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By Whitney Kisling and Elizabeth Stanton
June 28 (Bloomberg) -- U.S. stock prices are mirroring government bond yields more than ever, a signal to bulls that shares may be poised to rally.
The Standard & Poor’s 500 Index and 10-year Treasury rates posted a correlation coefficient of 0.8412 in the 60 trading days through June 16, showing stock prices and bond yields were the most linked in Bloomberg data going back to 1962. The last time the relationship was almost this strong during an economic expansion was at the beginning of the 2002 to 2007 bull market, when the benchmark gauge for U.S. equities doubled.
Rising correlations show investors are ignoring relative values among industries and assets and reacting to day-to-day signals on the economy, convinced Europe’s debt crisis will spur the second global contraction in three years. Invesco Ltd., Wells Capital Management Inc. and Chemung Canal Trust Co., who together manage $957 billion, say those concerns are overblown and shares will advance as the fastest profit growth since the mid-1990s restores confidence.
“When you add up the fundamentals, they’re there,” said Fritz Meyer, a Denver-based senior market strategist at Invesco, which oversees $580 billion. “The problem is this emotional aspect,” he said. “The historical truth in the stock market is you want to buy stocks when there’s skepticism and fear all over the place and sell when everyone’s feeling complacent.”
September futures on the S&P 500 rose 0.3 percent to 1,078.40 as of 10:09 a.m. in London.
The gauge lost 3.7 percent to 1,076.76 last week after new- home sales sank to a record low and the Federal Reserve signaled that European indebtedness may lead to a weaker U.S. economy. Deflation, or a general decline in prices, is possible within the next few years, Nobel Prize-winning economist Paul Krugman said at a June 22 conference in Tel Aviv.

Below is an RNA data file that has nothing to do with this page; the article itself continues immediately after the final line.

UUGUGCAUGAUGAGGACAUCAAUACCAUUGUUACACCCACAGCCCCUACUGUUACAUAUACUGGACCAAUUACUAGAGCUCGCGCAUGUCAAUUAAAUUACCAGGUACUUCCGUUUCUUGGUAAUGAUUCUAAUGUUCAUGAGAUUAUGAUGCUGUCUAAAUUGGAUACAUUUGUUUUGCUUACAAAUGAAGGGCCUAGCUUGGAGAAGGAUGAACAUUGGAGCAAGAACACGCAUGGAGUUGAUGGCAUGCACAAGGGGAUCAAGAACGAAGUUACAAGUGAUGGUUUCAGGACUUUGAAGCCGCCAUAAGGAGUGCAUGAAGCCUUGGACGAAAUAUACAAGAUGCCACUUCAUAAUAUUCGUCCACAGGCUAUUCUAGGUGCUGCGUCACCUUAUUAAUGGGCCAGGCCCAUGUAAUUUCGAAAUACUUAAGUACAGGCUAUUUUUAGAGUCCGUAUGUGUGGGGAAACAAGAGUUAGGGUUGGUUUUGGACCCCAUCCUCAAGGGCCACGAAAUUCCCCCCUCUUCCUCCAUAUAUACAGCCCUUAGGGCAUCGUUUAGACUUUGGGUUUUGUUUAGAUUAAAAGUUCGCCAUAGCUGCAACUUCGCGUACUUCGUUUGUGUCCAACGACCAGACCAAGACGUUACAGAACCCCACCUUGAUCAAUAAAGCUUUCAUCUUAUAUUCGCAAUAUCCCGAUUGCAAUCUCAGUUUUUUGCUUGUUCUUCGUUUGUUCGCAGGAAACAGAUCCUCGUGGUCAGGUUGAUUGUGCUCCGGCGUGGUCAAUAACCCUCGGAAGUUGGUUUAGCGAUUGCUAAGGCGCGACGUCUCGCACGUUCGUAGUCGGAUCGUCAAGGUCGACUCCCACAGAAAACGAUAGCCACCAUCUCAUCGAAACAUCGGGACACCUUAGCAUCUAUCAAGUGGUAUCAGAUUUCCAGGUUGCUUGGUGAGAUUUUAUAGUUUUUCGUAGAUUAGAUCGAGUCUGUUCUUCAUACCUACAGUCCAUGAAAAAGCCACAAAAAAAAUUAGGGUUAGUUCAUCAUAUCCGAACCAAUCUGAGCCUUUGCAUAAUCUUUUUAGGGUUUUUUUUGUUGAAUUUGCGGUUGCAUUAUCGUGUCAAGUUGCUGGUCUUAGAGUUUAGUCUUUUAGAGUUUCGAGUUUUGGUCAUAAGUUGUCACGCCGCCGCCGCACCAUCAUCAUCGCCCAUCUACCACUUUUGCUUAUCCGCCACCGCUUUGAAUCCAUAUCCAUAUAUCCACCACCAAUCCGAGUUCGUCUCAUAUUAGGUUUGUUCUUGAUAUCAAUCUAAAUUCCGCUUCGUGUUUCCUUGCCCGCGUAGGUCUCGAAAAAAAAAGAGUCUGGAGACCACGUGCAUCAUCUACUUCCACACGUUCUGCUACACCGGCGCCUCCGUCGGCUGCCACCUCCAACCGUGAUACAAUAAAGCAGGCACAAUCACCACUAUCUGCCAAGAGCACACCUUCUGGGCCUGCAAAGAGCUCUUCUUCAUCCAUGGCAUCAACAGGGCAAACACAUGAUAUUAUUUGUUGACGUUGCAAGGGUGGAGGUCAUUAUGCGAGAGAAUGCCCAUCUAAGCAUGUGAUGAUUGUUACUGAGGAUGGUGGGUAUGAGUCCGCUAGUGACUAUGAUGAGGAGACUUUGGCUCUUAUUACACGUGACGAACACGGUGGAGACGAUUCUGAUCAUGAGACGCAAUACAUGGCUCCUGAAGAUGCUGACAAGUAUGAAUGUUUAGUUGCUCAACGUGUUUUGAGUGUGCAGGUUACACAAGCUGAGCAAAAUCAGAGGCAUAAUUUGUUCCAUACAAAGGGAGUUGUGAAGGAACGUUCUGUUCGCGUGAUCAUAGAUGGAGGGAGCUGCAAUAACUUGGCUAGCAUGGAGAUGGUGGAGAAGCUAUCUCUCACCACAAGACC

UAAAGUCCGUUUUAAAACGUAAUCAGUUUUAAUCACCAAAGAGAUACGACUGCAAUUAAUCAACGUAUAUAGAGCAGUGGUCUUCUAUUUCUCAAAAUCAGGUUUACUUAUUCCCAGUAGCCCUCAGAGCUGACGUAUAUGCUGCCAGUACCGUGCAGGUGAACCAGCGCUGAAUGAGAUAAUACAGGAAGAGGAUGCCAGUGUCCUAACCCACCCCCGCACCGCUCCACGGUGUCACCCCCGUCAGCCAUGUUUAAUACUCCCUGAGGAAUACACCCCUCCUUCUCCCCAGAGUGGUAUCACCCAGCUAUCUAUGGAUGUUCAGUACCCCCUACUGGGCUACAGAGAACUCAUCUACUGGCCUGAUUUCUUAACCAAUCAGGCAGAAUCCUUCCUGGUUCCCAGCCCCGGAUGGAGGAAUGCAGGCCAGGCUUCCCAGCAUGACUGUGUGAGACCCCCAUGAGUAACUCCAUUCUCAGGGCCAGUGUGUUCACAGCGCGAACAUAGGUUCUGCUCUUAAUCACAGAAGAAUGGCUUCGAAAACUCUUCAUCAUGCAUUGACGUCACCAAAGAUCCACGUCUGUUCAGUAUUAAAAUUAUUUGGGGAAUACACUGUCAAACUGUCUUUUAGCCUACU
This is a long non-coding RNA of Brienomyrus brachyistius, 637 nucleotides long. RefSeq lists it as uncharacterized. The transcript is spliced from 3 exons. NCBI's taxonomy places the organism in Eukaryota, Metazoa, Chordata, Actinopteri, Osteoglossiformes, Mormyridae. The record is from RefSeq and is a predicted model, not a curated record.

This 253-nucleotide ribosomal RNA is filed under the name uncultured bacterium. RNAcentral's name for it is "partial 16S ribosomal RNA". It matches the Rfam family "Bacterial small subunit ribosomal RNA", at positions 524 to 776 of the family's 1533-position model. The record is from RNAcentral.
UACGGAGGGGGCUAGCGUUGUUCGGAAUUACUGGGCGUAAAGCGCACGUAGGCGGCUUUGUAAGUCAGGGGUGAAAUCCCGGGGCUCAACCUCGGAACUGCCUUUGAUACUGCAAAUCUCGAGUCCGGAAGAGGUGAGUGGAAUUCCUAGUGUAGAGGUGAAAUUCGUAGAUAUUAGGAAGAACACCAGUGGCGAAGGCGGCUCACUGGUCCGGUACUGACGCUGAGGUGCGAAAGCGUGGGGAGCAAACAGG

When the S&P 500 dropped 3.9 percent on May 20 following higher-than-forecast U.S. jobless claims, yields on 10-year Treasuries plunged 0.156 percentage point. The stock index slid 3.4 percent and the rate on notes fell 0.162 point on June 4, after employment growth trailed economists’ estimates.
Equities are also moving in lockstep with each other and assets tied to economic growth. The correlation coefficient between the S&P 500 and the Thomson Reuters/Jefferies CRB Index of 19 raw materials has been above 0.5 since April 13 and climbed to 0.77 on May 14, the highest since at least 1956, data compiled by Bloomberg using 30 days of trading show. Almost 80 percent of swings in stocks within the S&P 500 are related to movements in the broader market, according to London-based Barclays Plc.
“Correlation is one of the great lessons of the whole crisis, and it hasn’t let its grip on the markets go,” said Barry Knapp, the New York-based head of U.S. equity strategy for Barclays. Knapp estimates the S&P 500 will climb 13 percent to end the year at 1,210. “Whatever the nature of the crisis, the one decision investors seem to make is whether they should be in risky assets or out.”
Linkages among markets are so high because investors are worried about a repeat of the 2008 credit crisis, which sent U.S. equities, commodities and real estate prices to their worst losses in half a century, Knapp said. The correlation level between the U.S. equity benchmark and 10-year Treasury yields averaged 0.5711 from October 2007 through March 2009, when the S&P 500 plunged 57 percent.
Reports on sales of new and previously owned homes last week showed that purchases reversed course in May after getting a bump higher from government stimulus programs including a buyer tax credit. About half of 106 U.S. forecasters in a study from Madison, New Jersey-based MacroMarkets LLC expect price declines in 2010 and half anticipate either little-changed or increasing values.
Congressional negotiators approved the most sweeping overhaul of U.S. financial regulation since the Great Depression on June 25. Financial companies in the S&P 500 rose 2.8 percent after the bill was announced as analysts said it won’t fundamentally reshape Wall Street’s biggest firms. The S&P 500 has lost 5.4 percent since President Barack Obama proposed banning proprietary trading by banks on Jan. 21.